An important next step for the Ibis brand will be when it opens in cities such as Beijing and Shanghai because this will give the brand even higher profile. So far, we have been very successful with our choice of locations for Ibis because to date they have opened up and filled from the first night. We've generally opened in business areas where there is strong demand, particularly from the corporate market, and only limited quality hotel supply.
What are key requirements you look for from hotel owners when you choose to work with them?
One of the secrets of our rapid growth in the past two years has been our choice of partners. We are working with a relatively large group of owners and with many of them we are operating multiple hotels – a good reflection of the success we've achieved. We work with owners already well-established in the hotel sector – such as Jin Jiang and Beijing Tourism Group (BTG) – but we also have many owners who are unfamiliar with hotels and they have chosen us because we offer a strong alternative to the American chains as well as expertise across all segments of the hotel industry. That gives us a unique position in the hotel industry in China. Where as, traditionally, US hotel brands have concentrated on just one sector, we cover everything from economy to luxury hotels and have a range of locations covering the country's main business and resort locations.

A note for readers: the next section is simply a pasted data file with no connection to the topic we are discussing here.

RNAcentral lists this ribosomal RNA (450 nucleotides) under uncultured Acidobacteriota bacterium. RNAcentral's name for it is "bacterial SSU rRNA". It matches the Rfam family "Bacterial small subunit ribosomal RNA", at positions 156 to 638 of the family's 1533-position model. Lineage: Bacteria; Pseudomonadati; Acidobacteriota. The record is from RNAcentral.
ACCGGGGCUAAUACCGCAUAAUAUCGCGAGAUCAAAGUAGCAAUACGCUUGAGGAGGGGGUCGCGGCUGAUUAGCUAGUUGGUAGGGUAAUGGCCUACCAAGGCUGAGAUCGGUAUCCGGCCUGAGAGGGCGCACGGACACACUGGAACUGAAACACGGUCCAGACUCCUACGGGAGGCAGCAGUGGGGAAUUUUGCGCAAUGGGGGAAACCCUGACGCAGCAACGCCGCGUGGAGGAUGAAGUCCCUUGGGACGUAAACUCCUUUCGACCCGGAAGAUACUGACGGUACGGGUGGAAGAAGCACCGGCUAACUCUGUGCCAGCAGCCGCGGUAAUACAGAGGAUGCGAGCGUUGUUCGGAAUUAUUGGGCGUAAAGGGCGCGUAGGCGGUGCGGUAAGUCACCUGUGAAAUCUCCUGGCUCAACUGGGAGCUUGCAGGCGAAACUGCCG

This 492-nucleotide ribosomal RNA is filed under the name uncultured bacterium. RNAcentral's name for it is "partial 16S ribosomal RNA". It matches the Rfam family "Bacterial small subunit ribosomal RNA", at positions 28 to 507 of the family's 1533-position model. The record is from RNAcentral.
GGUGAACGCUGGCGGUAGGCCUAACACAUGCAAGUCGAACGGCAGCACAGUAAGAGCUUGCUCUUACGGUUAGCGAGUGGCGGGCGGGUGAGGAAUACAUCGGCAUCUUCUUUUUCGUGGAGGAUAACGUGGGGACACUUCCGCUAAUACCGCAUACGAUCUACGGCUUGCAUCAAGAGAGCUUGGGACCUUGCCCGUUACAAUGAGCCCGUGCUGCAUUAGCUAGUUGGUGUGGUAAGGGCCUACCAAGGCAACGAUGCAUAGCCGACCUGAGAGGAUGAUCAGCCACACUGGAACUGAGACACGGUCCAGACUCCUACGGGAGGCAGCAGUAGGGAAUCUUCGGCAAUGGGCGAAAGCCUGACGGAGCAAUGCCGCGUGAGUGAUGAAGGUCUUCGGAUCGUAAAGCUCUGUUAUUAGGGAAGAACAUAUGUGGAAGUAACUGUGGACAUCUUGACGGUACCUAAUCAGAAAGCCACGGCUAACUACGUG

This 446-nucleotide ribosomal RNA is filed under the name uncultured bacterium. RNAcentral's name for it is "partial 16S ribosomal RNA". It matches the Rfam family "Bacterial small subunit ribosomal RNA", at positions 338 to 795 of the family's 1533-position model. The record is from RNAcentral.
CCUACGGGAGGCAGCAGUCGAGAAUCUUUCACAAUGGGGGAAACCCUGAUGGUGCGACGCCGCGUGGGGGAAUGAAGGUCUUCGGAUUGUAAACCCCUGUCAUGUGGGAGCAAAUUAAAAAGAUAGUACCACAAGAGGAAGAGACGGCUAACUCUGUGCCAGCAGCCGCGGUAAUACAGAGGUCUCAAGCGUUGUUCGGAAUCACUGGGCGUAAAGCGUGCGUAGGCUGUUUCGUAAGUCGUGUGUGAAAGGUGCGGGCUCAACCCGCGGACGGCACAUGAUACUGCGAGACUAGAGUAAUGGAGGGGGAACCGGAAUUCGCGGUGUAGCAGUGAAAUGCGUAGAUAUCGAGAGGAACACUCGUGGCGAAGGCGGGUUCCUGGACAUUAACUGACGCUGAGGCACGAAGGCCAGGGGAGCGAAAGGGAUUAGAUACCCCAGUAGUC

Is recruitment a challenge in China? What type of programs does Accor provide to keep its Chinese staff trained?
Recruitment is becoming an increasing challenge because there has been such a dramatic and intense expansion of the hotel sector in the past few years and it is set to grow even faster in the lead-up to the Beijing Olympics. We have a policy of “growing our own” so we do a great deal of internal training and we are very pleased that ALL of our Ibis general managers, for instance, are Chinese-born recruits. We are considering the establishment of an Academie Accor style training facility in China, but for the time being we are working in-house to develop our staff as well as bringing talented professionals in from other countries around Asia to help increase skills levels.
For Accor's corporate social responsibility in China, how does the hotel audit its suppliers to ensure compliance with health and safety requirements?
We take Corporate Social Responsibility very seriously with programs designed to improve our environmental impact and community support initiatives. Our hotel are committed to purchasing only from certified hotel suppliers approved by local and national authorities. We buy equipment with China-certified safety stickers and food items with green labels. We also conduct annual licensing reviews of suppliers in terms of health and hygiene quality.